The G7’s Build Back Better World Plan, US Blue Dot Network and EU’s Connectivity Strategy can learn from China in offering more flexibility to the global south.

Meanwhile, the Belt & Road Initiative can learn to be more transparent.

More than a year into the pandemic, chaos remains in the once very efficient and “lean” global supply chains. The pandemic has interrupted the normal flow of goods, creating bottlenecks at different stages of the global production network.

The ripple effects of this initial shock have been amplified by the uneven re-openings and lockdowns across the world, the Suez Canal incident, and problems at ports in southern China due to a new Covid-19 surge.

Many commentators see these issues as showcasing the need for more diversified supply chains and bringing production closer to consumer markets. Although this diversification is slowly happening, the reality is that without more investments in infrastructure around the world, diversification will be impossible.

Addressing this infrastructure deficit estimated to grow to US$15 trillion by 2040 by the World Economic Forum in a post-Covid-19 world will require a massive effort.

China’s Belt and Road Initiative was well received in the global south in the beginning, as traditional donors in the West had moved away from physical infrastructure support due to the riskiness of projects. The initiative quickly received praise from host governments for both its neutrality in domestic affairs and speed in fulfilling projects.

It was also criticized for the lack of transparency and local involvement in the projects. In the West, the initiative is largely perceived as a geopolitical strategy to control trade lanes.

A backlash was to be expected, and European and American infrastructure and connectivity strategies have been forming in response. The European Union’s connectivity strategy and bilateral connectivity partnerships with Japan and India, and the American Blue Dot Network represent challenges and alternatives to the Belt and Road Initiative.

The Blue Dot Network attempts to shape the standards of global infrastructure while Europe’s connectivity strategy promises infrastructure projects that are more transparent, more sustainable, and in real partnership with host countries.

The Group of 7 summits on June 11-13 unveiled the latest acceleration of the competition for global infrastructure building, when the Build Back Better World partnership “a values-driven, high-standard, and transparent infrastructure partnership led by major democracies” was presented, clearly setting a competing agenda to the Belt and Road Initiative.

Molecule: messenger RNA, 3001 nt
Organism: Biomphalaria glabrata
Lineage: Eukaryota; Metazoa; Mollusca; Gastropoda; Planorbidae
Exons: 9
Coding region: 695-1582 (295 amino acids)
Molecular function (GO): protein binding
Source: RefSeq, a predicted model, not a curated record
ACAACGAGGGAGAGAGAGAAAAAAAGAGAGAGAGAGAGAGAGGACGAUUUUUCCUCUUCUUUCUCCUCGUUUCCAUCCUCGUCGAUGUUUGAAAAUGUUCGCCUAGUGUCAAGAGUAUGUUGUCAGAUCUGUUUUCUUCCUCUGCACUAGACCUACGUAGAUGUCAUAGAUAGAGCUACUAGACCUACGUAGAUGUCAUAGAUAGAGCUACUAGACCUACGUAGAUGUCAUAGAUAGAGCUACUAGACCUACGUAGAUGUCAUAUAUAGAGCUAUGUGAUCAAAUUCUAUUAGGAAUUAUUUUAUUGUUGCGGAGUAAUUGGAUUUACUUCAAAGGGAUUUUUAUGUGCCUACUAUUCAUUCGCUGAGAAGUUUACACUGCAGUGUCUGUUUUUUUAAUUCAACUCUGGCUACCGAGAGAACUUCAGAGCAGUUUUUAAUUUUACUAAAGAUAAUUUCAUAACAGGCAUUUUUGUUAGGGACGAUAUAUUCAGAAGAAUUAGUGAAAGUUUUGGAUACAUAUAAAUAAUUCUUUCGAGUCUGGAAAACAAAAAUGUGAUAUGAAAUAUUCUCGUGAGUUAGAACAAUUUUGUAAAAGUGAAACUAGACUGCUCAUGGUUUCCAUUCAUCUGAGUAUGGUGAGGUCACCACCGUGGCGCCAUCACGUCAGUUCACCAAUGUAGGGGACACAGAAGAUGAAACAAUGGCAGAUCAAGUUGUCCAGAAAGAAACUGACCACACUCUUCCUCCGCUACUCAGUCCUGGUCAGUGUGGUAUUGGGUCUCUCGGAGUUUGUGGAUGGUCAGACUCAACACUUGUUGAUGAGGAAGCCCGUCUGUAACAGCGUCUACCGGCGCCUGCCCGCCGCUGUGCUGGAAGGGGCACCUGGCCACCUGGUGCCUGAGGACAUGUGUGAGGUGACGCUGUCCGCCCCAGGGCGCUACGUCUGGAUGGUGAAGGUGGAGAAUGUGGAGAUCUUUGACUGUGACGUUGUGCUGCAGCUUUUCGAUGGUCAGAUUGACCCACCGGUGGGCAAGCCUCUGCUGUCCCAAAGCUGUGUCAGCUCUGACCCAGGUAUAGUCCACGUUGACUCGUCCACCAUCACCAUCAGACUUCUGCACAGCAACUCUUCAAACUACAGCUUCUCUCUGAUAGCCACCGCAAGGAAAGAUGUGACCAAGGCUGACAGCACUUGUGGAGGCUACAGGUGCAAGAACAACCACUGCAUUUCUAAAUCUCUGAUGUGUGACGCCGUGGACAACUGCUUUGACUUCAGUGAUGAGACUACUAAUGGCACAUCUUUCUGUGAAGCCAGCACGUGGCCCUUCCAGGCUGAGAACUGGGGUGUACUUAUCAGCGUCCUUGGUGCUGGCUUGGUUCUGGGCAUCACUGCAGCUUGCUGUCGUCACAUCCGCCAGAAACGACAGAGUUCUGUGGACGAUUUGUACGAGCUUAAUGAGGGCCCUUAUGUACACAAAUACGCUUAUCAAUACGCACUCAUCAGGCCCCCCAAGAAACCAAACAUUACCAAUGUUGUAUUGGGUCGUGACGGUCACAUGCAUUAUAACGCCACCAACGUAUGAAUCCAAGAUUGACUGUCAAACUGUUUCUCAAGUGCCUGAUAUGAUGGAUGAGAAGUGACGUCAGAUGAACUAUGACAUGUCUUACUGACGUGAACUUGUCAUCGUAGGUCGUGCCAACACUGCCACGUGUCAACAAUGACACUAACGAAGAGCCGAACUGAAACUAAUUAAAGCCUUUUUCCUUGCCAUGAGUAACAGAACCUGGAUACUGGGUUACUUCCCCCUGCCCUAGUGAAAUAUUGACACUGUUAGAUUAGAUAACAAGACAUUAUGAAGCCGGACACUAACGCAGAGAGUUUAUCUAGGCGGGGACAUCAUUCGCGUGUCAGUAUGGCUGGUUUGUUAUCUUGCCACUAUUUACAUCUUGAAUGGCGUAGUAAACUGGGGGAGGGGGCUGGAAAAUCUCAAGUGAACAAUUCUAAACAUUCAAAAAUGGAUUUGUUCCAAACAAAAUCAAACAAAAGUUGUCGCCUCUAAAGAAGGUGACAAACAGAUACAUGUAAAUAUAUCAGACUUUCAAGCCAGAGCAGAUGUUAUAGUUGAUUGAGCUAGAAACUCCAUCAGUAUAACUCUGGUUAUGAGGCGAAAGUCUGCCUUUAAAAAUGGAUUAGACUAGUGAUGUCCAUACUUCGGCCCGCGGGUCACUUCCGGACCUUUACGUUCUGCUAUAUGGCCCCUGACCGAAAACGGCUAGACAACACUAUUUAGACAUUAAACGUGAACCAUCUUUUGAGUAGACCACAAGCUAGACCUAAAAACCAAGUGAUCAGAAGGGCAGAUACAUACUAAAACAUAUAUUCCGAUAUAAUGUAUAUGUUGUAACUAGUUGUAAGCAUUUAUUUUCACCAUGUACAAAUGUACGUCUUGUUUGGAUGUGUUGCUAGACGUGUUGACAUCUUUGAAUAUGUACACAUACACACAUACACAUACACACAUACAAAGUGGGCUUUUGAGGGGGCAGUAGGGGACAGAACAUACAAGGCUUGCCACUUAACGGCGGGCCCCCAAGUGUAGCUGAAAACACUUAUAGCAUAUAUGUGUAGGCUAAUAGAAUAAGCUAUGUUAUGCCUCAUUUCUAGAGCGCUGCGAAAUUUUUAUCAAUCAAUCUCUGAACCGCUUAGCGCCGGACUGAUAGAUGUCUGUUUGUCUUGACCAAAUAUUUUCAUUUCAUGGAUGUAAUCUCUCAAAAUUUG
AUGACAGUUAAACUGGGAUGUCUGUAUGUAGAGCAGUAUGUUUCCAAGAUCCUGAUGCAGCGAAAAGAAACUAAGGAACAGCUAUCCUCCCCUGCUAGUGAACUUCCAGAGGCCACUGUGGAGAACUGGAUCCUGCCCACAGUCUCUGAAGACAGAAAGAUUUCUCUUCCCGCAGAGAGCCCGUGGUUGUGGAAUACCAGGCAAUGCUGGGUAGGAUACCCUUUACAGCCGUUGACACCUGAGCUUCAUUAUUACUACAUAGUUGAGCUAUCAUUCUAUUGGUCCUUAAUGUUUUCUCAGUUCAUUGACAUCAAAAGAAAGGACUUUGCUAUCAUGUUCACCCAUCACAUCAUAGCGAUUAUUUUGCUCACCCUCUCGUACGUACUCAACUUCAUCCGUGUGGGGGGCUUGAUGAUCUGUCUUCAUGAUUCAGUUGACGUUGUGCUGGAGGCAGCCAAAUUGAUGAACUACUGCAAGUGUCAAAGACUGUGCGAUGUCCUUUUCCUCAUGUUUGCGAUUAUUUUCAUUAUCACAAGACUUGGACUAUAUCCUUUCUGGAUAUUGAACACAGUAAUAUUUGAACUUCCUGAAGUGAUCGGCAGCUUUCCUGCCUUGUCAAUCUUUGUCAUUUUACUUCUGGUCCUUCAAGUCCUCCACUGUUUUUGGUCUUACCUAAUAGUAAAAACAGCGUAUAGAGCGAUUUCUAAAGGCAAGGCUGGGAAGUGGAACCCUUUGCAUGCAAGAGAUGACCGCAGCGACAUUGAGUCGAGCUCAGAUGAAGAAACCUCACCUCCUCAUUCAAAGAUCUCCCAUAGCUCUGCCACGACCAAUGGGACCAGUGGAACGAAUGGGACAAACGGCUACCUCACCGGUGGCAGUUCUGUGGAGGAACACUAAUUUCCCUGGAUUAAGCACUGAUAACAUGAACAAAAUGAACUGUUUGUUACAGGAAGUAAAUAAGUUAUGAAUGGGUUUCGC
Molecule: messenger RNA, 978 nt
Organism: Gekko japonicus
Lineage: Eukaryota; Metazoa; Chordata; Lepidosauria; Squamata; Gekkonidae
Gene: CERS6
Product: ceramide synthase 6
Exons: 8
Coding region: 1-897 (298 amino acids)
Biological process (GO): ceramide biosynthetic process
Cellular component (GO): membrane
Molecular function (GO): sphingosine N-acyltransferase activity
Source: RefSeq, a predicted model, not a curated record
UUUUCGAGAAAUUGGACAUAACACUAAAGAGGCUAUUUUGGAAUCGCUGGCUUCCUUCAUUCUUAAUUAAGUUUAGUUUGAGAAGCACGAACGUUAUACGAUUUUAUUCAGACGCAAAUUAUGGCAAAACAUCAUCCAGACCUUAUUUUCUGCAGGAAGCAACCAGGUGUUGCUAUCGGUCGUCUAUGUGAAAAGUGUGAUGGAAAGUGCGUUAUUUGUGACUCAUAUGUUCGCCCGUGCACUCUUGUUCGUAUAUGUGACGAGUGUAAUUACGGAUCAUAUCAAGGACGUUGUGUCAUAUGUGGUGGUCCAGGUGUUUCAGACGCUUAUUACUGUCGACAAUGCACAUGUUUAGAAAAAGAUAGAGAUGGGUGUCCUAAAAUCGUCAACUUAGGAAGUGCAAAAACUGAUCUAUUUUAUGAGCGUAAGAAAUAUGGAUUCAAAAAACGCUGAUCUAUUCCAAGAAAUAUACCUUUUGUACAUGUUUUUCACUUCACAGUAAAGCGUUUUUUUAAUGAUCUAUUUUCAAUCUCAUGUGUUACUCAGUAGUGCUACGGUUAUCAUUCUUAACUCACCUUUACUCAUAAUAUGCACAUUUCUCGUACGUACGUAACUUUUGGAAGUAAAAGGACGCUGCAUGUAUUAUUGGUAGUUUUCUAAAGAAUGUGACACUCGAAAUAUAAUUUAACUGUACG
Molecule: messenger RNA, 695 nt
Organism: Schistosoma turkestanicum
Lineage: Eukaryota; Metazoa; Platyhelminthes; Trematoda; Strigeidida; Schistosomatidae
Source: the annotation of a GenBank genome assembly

These new initiatives remain mostly rhetorical with little concrete action. The new G7 partnership, for now, has only created a task force to develop proposals, while in the EU-Japan connectivity partnership of 2019, developments have been slow.

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All these initiatives rely heavily on the idea that private investment will be catalysed for the projects, a strategy that the large development institutions have supported for the past two decades but which has delivered little in the form of tangible results.

At the same time as the West ramps up rhetorically and starts proposing global infrastructure projects, China’s policy banks have reduced lending to developing countries for risky projects, and the myth of China’s debt trap has been debunked.

The Belt and Road Initiative is a highly dynamic policy. It is important for the US, EU and indeed, G7 partners to monitor it for possible synergies with their alternatives and not to see China purely as a rival.

Their rhetoric against China is driven not by China’s failures, but the perception that the Belt and Road Initiative is successfully advancing Beijing’s interests and contributing to infrastructure improvements in the global south.

It is still unclear whether the Belt and Road Initiative will have a positive effect on the economies of the global south. But it does have a major advantage in not having the baggage that the EU and the US have in their engagement with the global south

China is generally perceived as a partner in development cooperation and not a donor. For these new projects to be a real alternative, the G7, and other nations must avoid rehashing colonial dynamics by promoting their values and methods.

The American, European, and G7 infrastructure initiatives must be more flexible like the Belt and Road Initiative, while the Belt and Road Initiative should be more transparent. Although some competition in global infrastructure is welcome to increase investments, leading nations also need to collaborate and learn from one another to surmount the massive infrastructure gap in the global south.

Author: Federico Jensen is a double-PhD fellow at Copenhagen Business School, Department of Organisation, and at the Sino-Danish Centre for education and research, University of Chinese Academy of Sciences. His research studies the pervasive role of the state on shipping and transport networks and its impact on global trade.
Editor’s Note: The article reflects the author’s opinion only, and not necessarily the views of editorial opinion of Belt & Road News.